Til Death Do Us Party
by Vickie Fee
Til Death Do Us Party is classified as a mystery, but definitely crosses over to the women’s fiction genre also. It is one-third of the way into the book before there is any hint of crime. This is good because, as part of a series, the author Vickie Fee supplies an abundance of background information and develops her characters so that it works well as a standalone. It is unfortunate for the reader who wants to focus on the mystery, however. The book also ends with several more chapters of personal events after the mystery is solved; these chapters are interesting and provide closure on various situations, but again they relegate the role of the mystery to a less than primary status.
Liv is a professional party planner, but also called upon by family and friends to use her investigative skills in times of crisis. In Til Death Do Us Party, Liv, her best friend Di and assorted family and friends accompany her widowed mother to Las Vegas for “Mama’s” wedding. When the wedding officiant collapses, things go downhill for the wedding plans and Liv has to go into high gear.
The author has a fun writing style, engaging the reader with both the Las Vegas setting and the Tennessee background of the character. There is a romantic triangle involving Di, her boyfriend Sheriff Dave Davidson, and her ex-con ex-husband Jimmy. Di’s renewed attraction to Jimmy is not believable, but the outcome is acceptable.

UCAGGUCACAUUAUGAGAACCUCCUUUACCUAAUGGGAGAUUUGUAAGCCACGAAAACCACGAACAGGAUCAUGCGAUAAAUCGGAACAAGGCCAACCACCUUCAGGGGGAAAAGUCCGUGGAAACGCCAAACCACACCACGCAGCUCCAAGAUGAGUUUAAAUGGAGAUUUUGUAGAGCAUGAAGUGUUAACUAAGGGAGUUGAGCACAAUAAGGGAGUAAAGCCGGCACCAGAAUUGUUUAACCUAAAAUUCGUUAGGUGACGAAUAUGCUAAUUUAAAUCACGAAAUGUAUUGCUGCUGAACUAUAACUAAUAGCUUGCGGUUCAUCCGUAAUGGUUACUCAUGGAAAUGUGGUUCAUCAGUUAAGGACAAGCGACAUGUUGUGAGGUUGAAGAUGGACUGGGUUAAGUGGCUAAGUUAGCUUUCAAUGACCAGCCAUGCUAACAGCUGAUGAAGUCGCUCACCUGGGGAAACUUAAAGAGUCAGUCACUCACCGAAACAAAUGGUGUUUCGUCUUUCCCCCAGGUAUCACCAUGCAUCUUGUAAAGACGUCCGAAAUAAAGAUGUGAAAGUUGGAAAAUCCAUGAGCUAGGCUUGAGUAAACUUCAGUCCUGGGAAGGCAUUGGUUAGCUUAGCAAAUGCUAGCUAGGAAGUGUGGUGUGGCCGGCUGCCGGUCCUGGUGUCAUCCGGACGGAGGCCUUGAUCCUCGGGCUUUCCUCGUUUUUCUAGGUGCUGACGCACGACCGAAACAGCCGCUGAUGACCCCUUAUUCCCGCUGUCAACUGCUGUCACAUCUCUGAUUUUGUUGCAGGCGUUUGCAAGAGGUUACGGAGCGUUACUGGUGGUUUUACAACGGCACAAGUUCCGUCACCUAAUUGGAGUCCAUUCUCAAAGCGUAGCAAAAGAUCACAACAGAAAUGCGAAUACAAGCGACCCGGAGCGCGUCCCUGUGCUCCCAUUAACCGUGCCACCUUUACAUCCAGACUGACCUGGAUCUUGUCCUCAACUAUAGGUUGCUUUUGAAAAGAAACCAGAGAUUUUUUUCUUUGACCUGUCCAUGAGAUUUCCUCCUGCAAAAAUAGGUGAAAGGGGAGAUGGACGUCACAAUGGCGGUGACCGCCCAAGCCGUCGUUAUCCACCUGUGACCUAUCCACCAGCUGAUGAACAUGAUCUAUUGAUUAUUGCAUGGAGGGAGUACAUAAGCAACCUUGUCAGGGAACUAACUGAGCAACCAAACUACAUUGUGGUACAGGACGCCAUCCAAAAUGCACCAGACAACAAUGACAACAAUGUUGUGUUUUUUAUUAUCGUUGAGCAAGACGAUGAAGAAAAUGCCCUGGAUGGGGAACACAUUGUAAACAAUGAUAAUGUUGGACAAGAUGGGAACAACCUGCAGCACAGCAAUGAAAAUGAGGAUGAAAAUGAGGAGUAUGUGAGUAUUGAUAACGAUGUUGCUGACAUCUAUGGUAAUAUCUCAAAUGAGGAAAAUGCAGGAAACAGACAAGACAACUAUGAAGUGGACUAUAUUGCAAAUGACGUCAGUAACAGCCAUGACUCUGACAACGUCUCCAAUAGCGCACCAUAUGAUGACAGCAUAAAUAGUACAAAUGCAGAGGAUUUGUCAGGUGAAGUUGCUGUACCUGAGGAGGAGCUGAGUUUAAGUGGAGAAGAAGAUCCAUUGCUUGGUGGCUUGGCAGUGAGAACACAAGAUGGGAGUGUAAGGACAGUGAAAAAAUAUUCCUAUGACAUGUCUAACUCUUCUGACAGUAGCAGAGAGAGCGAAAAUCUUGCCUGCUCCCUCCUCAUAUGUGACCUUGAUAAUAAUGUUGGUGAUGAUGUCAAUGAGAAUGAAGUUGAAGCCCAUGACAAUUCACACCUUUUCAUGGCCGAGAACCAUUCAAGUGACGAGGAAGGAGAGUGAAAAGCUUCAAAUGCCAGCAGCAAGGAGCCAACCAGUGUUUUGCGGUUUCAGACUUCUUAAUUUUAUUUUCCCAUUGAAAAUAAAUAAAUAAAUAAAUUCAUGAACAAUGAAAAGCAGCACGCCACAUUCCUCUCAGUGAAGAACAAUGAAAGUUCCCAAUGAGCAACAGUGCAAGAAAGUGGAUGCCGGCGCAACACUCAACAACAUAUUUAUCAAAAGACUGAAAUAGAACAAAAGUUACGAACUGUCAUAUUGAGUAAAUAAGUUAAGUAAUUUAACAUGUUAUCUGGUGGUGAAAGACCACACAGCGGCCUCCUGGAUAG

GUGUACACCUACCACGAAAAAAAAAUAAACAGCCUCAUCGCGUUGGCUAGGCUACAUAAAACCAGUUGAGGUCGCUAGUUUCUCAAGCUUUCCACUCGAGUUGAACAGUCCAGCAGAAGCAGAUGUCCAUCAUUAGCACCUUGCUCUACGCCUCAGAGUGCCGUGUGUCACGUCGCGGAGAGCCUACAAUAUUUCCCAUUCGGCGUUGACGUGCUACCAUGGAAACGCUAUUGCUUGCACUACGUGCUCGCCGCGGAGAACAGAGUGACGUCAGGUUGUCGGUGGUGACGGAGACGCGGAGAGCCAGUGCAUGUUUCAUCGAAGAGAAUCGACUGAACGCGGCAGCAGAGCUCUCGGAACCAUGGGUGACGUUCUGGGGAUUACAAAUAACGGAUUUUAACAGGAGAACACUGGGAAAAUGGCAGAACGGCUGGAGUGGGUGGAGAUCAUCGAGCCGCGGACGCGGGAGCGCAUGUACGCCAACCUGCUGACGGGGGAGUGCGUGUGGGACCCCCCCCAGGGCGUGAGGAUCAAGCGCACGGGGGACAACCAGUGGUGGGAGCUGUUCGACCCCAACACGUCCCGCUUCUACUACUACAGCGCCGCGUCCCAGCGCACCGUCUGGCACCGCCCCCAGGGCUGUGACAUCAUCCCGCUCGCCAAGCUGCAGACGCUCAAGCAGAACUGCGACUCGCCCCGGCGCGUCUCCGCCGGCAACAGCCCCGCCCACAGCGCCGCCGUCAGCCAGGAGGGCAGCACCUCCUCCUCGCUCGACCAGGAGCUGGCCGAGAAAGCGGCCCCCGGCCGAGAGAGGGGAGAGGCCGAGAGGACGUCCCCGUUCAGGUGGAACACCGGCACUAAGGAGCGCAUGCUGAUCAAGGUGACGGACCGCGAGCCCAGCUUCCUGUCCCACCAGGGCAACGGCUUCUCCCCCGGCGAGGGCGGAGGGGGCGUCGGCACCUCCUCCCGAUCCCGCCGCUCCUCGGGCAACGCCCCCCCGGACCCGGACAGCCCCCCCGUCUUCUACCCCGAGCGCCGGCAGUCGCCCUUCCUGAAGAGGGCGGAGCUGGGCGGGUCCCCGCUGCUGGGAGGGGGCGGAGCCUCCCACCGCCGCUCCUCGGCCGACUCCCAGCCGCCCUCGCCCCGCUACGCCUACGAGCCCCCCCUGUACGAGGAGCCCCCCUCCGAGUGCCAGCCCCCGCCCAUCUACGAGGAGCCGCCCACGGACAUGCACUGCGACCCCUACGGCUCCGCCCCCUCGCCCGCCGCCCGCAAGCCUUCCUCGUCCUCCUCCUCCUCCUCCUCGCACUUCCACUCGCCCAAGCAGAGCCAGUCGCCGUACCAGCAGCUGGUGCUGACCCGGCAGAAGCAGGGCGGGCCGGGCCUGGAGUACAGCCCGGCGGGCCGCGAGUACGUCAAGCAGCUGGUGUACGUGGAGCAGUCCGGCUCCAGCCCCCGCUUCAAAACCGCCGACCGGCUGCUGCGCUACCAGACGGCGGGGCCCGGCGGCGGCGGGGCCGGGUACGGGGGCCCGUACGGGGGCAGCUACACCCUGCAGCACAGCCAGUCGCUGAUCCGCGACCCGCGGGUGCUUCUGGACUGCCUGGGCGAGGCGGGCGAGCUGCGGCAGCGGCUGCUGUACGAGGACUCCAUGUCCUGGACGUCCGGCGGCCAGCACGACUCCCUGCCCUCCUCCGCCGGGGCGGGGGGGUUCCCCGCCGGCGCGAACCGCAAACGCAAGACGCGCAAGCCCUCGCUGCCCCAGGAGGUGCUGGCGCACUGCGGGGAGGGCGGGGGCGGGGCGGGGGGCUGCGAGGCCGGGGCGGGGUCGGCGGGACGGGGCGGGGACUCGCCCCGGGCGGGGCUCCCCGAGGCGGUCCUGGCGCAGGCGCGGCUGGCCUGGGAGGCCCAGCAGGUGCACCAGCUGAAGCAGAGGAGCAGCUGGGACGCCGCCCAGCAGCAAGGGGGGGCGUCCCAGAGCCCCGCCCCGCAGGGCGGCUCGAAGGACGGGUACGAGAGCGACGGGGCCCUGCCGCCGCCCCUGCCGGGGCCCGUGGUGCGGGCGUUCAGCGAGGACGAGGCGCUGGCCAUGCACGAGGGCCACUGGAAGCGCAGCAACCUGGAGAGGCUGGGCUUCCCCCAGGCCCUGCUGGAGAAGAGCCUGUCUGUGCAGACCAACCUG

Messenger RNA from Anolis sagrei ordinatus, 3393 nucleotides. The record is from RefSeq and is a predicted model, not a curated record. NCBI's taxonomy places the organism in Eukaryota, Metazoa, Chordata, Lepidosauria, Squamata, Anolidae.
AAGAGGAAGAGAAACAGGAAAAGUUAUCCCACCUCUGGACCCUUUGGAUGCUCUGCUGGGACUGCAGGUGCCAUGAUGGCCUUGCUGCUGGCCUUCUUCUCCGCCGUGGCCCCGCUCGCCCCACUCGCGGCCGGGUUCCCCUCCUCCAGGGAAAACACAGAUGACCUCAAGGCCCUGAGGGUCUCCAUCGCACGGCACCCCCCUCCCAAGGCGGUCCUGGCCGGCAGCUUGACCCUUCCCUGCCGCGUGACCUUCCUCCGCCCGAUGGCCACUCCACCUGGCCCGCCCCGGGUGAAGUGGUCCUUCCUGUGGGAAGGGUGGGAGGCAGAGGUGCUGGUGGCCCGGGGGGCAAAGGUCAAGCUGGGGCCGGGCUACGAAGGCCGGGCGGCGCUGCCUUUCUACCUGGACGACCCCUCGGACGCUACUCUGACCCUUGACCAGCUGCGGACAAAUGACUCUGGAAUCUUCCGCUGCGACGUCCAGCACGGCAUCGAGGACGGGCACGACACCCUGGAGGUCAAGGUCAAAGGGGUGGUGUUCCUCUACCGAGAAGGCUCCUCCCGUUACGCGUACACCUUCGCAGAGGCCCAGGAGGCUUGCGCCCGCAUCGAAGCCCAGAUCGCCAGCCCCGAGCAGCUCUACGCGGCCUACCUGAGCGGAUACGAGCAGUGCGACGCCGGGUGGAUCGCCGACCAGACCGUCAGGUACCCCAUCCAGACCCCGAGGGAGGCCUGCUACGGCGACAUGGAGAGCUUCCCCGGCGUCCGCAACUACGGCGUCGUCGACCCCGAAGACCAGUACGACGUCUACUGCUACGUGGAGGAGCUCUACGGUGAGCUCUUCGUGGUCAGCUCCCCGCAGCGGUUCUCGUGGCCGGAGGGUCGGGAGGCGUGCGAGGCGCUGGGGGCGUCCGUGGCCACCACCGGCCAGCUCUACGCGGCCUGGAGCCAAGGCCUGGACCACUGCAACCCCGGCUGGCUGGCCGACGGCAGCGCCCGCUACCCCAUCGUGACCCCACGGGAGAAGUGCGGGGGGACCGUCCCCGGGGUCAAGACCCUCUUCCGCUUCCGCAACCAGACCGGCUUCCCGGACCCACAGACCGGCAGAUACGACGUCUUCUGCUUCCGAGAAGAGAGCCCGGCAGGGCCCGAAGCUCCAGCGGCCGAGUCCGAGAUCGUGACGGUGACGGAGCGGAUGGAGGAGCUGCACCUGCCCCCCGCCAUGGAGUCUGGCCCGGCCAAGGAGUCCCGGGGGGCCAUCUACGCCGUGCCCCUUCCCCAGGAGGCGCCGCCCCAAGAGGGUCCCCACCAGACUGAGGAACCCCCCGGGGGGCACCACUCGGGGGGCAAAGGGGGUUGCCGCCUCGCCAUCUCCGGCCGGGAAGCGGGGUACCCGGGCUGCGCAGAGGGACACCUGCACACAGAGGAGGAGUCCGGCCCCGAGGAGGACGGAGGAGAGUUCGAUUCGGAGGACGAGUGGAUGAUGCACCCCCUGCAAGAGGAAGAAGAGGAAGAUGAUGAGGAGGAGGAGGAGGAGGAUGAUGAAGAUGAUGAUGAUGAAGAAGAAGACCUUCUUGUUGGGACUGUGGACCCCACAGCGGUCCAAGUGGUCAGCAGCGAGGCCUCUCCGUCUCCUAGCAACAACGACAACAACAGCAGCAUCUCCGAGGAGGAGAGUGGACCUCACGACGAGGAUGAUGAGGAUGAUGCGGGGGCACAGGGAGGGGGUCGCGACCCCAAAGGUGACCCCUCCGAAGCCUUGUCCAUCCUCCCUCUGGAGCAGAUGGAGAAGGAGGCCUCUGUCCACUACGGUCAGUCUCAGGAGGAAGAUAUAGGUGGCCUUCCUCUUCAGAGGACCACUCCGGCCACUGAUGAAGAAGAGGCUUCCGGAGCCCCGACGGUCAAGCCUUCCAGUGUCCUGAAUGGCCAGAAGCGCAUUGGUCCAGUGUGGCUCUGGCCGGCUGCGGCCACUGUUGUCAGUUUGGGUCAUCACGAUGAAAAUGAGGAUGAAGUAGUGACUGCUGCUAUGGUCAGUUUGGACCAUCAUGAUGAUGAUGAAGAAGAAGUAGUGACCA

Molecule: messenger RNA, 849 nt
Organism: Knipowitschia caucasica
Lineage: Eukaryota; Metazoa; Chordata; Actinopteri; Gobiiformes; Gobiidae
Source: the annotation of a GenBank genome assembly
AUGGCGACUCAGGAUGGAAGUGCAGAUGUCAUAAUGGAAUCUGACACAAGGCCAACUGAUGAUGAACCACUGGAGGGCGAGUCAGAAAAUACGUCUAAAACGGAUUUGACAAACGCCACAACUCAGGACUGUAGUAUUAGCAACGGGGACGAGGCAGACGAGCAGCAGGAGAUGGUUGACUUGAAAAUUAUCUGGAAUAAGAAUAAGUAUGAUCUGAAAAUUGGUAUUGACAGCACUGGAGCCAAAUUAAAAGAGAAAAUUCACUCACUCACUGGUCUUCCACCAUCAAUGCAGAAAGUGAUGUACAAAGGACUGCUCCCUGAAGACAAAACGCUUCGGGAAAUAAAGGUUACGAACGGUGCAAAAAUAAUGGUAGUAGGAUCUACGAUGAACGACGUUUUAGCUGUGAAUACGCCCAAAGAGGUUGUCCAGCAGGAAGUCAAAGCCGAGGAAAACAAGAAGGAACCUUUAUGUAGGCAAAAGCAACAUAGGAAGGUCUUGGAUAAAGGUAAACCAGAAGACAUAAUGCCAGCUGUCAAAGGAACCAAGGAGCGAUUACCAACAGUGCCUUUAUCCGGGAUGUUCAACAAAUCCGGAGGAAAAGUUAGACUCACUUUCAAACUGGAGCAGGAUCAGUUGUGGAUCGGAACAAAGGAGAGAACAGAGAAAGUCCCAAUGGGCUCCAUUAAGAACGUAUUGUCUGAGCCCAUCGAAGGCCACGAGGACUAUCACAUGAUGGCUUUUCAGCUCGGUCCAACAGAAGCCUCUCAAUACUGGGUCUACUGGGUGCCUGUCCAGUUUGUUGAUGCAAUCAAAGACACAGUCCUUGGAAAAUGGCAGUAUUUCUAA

I would like to extend my thanks to netgalley.com and to Kensington Books for giving me the opportunity to read this book in exchange for an honest review.
Category: Mystery, Women’s Fiction
Notes: 1. #4 in the Liv and Di in Dixie Mystery Series, but works well as a standalone
2. The book concludes with Party Tips and Recipes for a Backyard Luau and
Movie Night under the Stars.
Publication: March 27, 2018—Kensington Books
Landing in Las Vegas was somewhat akin to touching down in Oz. We’d barely left the tarmac before being greeted by the flashing lights and ringing music of the airport slot machines.
Mama, who has a penchant for drama and could have pursued a career on the stage, or as a professional mourner—she can boohoo with the best—wasted no time launching into her performance.
I’ve found if you act like you have a right to be somewhere, most people assume you do.